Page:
With tax season starting, it’s a good idea to take extra precaution to understand how to prevent tax identity fraud.
Tax identity fraud takes place when a criminal files a false tax return using a stolen Social Security number in order to fraudulently claim a refund. Identity thieves generally file false claims early in the year and victims are unaware until they file a return and learn one has already been filed in their name.
Additionally, cybercriminals have been known to impersonate Internal Revenue Service (IRS) agents and often alter caller ID numbers and emails to make it look like the treasury department, the IRS or another official agency is contacting a taxpayer. Scammers may use employee titles, a person’s name, address and other personal information to sound official.
These individuals will often request personal information to verify the details they have to process a tax refund. Out of concern, taxpayers share personal information and even send money.
Just a few pieces of your personal information can be used to steal your identity and open new lines of credit, which may damage your credit history if not caught and dealt with. If you receive any unusual phone calls, check and monitor your credit score regularly for any irregularities. The best way to combat a tax fraud scam is to educate yourself and to know what to look for.
Prevent tax ID fraud
To help prevent tax ID fraud, here are a few tips and reminders that will help ensure you are safe this tax season.
- File early. File your tax return as soon as you have all of your documentation.
- File on a protected Wi-Fi network. Be sure you’re connected to a password-protected personal network.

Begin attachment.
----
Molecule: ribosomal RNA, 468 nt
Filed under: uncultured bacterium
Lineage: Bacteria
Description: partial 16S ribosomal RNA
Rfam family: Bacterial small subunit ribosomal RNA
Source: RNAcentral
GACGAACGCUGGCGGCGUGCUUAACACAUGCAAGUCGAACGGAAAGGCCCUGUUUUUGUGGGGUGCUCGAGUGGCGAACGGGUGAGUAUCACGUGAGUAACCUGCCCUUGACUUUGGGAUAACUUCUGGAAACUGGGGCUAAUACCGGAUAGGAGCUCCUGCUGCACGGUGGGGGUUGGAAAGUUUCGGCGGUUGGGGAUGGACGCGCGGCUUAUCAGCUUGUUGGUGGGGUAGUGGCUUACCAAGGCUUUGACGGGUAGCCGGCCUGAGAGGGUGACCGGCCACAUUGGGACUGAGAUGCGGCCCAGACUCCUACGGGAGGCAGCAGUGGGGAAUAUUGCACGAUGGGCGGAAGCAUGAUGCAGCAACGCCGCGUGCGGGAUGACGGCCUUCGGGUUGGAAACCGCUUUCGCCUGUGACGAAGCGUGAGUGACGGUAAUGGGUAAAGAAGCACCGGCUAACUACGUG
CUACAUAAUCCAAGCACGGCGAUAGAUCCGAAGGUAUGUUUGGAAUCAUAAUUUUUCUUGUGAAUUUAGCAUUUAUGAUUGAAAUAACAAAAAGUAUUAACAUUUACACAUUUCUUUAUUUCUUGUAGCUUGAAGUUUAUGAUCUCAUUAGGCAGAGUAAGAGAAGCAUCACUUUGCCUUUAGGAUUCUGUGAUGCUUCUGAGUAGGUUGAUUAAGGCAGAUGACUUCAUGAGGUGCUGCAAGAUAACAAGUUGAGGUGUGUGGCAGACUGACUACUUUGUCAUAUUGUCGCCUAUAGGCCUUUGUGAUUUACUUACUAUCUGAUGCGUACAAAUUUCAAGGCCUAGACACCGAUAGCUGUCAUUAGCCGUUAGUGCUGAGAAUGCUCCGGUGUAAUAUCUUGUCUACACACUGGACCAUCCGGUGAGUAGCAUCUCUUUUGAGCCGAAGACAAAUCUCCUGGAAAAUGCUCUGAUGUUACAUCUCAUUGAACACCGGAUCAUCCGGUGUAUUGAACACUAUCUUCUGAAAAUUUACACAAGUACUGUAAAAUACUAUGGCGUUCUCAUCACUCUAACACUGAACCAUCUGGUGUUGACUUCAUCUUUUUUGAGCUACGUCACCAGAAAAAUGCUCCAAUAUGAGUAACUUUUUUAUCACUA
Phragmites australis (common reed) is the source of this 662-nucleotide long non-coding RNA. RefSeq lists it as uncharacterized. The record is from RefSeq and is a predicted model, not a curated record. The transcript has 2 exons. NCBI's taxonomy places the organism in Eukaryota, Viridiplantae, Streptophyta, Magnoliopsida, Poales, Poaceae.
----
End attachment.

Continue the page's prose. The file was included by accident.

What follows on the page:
- File your taxes online and set up direct deposit. Combining direct deposit with electronic filing is the fastest way to receive your refund, and there is no chance of it going uncashed, getting lost, stolen or destroyed.
- Use a secure mailbox. Mail your tax return at the post office or an official postal box instead of your mailbox at home.
- Find a tax preparer you trust. Get recommendations and research a tax preparer thoroughly before handing over all of your financial information.
- Shred paperwork. Prevent tax ID fraud by shredding paperwork you don’t need and securely file the paperwork you do.
- Beware of phishing scams by email, text or phone. Scammers may try to solicit sensitive information by impersonating the IRS. Know that the IRS will not contact you by email, text or social media. If the IRS needs information, they will contact you by mail first.
- Keep an eye out for missing mail. Fraudsters look for W-2s, tax refunds or other mail containing your financial information.
Red flags to watch out for
Remember, the IRS will never:
- Initiate a phone call or email to ask for personal information.
- Call or email to demand immediate payment using a specific payment method, such as a prepaid debit card, gift card or wire transfer. Generally, the treasury department will first send a bill through the U.S. mail to any taxpayer who owes taxes.
- Threaten to immediately bring in local police or other law-enforcement groups to have the taxpayer arrested for not paying.
- Demand that taxes be paid without giving the taxpayer the opportunity to question or appeal the amount owed.
- Ask for credit or debit card numbers over the phone.